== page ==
Richard Weihe, Sea of Ink (2003/12)
Translated from the German by Jamie Bulloch
Peirene Press’s Year of the Small Epic has so far brought us a grand domestic drama and a study of bereavement. The series takes a lighter turn in its final instalment, with Swiss writer Richard Weihe’s fictionalised biography of the Chinese painter Bada Shanren. He is born Zhu Da, a scion of the Ming dynasty; but political change and his father’s death lead him to join a monastery and devote his life to art, going through many names before settling on Bada Shanren, ‘man on the mountain of the eight compass points’.
Sea of Ink has eleven illustrations of Bada’s beautiful paintings, and Weihe includes descriptions of how the artist worked, his brush strokes and hand movements. This has the striking effect of creating a detailed impression which remains just that – an impression. Even though we can see the final paintings, there’s room for our subjective interpretation of Weihe’s words. The novella itself works in a similar way, its short chapters acting like brush strokes to create a portrait of Bada’s life which is necessarily a fiction, a construct.
The ultimate story told in Sea of Ink seems to me one of a man finding peace in life through finding (or accepting) his place – finding the world in the marks of ink and brush. The tone of the writing is quiet and reflective; I’d say this is ideal reading for an autumn night.
Robert Jackson Bennett, The Troupe (2012)
Over the last few years, Robert Jackson Bennett has been crafting his own distinctive visions of the American fantastic’s iconic tropes. For his third novel, he turns his attention to the magical travelling show. We meet George Carole, a sixteen-year-old vaudeville pianist as he leaves his current job to visit the troupe of Hieronomo Silenius, whom George believes to be his father. Silenius’s reputation precedes him, but no one ever remembers the details of his show. When George watches a performance, he finds out why: the Silenius troupe plays an extraordinary song that make those who hear it forget what they’ve seen – but it doesn’t work on George.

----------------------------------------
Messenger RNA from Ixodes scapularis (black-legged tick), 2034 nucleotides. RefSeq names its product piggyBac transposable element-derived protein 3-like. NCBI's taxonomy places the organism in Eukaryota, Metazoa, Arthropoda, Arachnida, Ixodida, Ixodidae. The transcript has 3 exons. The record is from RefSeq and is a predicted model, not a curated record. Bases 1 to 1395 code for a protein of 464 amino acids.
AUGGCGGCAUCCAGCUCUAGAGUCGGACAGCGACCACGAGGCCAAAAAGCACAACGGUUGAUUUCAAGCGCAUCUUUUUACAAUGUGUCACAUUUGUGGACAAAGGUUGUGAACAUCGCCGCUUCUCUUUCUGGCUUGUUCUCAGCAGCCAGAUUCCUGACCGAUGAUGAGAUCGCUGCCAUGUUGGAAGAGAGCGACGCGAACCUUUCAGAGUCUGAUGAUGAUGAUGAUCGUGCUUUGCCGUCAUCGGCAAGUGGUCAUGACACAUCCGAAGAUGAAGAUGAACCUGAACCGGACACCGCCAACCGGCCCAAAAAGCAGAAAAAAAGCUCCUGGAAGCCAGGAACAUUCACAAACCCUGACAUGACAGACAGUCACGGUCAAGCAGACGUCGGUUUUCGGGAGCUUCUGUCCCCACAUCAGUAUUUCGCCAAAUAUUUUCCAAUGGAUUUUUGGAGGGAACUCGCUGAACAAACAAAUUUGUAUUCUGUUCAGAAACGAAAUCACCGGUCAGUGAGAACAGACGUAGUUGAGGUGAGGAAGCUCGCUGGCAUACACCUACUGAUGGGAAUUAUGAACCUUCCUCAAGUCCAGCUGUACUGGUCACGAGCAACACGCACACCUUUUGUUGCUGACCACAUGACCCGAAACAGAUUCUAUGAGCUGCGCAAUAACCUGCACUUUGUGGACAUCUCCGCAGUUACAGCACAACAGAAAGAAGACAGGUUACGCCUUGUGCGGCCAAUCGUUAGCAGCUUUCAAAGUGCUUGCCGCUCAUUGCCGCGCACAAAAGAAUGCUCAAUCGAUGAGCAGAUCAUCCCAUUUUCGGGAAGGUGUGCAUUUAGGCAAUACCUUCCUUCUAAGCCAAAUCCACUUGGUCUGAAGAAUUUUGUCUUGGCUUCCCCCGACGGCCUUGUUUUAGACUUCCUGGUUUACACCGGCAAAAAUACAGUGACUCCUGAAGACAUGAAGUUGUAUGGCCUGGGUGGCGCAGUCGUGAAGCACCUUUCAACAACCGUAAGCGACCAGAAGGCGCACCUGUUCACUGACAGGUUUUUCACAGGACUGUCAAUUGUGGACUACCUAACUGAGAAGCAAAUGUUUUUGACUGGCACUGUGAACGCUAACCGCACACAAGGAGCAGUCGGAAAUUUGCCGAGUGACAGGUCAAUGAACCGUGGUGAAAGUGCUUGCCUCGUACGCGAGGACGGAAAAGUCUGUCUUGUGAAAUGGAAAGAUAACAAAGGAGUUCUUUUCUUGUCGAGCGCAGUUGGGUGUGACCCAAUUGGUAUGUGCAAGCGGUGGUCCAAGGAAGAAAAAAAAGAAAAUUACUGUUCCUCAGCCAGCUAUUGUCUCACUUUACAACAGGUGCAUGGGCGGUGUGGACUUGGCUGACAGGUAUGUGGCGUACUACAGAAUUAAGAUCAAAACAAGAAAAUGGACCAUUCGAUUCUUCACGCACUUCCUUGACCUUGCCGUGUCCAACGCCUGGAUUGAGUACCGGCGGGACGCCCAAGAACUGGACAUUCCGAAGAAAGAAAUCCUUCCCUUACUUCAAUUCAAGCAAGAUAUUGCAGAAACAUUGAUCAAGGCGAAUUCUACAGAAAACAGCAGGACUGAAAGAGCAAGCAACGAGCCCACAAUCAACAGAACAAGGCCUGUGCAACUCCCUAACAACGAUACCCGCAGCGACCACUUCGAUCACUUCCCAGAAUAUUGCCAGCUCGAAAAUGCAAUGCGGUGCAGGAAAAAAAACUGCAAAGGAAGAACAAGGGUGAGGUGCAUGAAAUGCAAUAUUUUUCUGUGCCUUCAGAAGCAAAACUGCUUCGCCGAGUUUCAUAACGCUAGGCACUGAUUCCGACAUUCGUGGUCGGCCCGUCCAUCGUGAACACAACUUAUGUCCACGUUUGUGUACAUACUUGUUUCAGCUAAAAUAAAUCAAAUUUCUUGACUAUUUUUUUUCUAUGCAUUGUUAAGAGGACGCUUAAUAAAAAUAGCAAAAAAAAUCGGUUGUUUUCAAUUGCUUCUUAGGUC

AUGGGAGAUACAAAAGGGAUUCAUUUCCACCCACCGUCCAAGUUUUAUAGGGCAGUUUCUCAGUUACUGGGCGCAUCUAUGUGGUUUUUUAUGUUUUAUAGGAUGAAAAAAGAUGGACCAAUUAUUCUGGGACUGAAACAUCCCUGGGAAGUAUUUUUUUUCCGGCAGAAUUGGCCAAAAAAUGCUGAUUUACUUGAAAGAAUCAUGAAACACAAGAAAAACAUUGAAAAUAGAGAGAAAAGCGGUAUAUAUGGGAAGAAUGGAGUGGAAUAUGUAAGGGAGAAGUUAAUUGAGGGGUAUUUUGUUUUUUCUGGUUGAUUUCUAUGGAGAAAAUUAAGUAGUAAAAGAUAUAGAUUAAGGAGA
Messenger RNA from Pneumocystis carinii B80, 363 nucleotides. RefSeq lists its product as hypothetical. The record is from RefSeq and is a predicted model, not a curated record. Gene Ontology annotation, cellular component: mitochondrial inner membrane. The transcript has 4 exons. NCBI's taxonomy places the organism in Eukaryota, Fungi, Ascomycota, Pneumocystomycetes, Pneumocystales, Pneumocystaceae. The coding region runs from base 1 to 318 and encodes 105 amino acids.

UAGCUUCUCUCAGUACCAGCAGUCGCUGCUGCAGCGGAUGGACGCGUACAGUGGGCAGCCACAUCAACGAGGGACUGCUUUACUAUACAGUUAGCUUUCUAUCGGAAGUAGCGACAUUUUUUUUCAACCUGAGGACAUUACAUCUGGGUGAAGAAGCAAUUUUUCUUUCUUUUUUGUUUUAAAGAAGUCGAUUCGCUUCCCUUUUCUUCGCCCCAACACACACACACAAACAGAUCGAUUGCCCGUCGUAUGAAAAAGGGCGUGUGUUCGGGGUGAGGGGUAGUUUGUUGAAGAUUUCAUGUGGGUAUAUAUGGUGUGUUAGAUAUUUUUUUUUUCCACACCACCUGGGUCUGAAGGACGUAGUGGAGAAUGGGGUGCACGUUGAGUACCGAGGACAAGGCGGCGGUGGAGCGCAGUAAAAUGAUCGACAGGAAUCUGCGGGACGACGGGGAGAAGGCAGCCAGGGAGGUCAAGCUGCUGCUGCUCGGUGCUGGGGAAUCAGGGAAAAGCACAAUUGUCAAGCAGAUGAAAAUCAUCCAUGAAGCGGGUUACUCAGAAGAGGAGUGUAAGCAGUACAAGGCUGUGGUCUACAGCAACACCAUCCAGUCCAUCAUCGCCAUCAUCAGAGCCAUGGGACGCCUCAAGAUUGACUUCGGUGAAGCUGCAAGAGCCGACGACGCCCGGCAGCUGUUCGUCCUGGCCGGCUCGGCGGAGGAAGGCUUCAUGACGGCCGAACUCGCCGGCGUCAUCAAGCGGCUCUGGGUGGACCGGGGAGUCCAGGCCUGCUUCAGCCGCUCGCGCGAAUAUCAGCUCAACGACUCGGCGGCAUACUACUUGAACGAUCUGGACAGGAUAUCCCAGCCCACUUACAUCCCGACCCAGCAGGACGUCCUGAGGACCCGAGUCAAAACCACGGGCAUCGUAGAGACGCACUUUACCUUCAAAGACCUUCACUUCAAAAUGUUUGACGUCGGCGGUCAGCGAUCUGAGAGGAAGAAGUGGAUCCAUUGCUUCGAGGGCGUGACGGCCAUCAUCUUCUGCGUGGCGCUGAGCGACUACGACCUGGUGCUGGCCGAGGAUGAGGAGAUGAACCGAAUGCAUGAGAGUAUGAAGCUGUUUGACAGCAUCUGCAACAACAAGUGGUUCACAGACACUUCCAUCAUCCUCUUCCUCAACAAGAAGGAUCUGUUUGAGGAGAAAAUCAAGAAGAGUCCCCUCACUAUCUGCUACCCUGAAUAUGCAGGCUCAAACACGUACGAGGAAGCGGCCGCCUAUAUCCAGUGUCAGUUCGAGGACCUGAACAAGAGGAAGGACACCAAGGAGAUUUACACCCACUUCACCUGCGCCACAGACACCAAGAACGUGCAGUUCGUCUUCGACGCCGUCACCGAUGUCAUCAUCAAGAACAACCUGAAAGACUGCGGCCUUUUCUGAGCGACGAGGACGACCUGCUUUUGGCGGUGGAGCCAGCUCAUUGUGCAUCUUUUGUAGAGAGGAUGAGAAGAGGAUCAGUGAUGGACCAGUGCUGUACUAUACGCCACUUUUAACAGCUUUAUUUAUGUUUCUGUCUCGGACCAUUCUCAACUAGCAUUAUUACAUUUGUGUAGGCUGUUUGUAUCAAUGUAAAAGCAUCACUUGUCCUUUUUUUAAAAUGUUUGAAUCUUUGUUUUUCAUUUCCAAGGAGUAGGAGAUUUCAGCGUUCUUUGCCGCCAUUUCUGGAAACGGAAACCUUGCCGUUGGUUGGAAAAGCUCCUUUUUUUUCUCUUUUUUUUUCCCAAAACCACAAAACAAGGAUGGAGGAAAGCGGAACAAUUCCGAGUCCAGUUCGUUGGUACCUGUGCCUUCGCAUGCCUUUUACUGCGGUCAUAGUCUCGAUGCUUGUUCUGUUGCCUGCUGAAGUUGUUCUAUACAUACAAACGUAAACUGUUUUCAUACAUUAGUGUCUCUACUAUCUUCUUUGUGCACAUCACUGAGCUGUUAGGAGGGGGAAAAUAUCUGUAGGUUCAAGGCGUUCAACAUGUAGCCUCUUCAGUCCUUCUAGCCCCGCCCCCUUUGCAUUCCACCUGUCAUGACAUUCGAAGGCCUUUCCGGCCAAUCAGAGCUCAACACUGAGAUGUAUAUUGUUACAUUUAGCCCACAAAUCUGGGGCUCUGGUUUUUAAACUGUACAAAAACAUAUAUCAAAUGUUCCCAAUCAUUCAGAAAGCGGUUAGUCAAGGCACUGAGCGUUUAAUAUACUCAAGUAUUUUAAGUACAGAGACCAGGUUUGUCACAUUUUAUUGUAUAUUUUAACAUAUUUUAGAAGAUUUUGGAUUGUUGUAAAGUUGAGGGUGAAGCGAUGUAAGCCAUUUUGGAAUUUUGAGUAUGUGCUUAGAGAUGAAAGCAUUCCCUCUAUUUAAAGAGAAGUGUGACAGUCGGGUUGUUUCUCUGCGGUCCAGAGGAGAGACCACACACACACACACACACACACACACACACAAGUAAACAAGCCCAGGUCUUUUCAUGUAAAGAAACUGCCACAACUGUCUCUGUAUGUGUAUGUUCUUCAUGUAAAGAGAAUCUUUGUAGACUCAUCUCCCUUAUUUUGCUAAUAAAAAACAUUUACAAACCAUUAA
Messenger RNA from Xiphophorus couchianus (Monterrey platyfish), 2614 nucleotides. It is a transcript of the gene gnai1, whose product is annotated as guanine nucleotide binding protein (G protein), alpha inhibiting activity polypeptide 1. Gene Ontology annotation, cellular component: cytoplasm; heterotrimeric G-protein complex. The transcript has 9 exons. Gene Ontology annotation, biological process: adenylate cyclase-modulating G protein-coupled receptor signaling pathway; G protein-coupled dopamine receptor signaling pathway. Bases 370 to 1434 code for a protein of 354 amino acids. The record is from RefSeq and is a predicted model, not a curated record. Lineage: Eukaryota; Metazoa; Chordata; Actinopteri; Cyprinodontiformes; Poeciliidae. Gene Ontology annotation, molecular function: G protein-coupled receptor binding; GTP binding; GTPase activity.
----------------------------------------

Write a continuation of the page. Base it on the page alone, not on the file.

Falling in with the troupe, George discovers that this music is pat of the ‘First Song’, the one that brought Creation into being; peforming it is the only thing that holds back the ‘wolves’ who would seek to devour reality. Silenius’s band go from place to place in search of fragments of the First Song, which only those of the Silenius blood-line can carry (the song didn’t work on George because he is of that line). So begins a journey into the world’s mythic spaces, with reality itself at stake.
Bennett achieves a nice balance between the personal and cosmic focus. All the members of Silenius’s troupe are pretending to be something they’re not, and the theme of escape runs through the novel – escaping the past, and escaping the inevitable. The ending makes use of a risky technique (I appreciate this is vague, but want to avoid a spoiler), but Bennett pulls it off. His body of work continues to intrigue, and I look forward to seeing what comes next.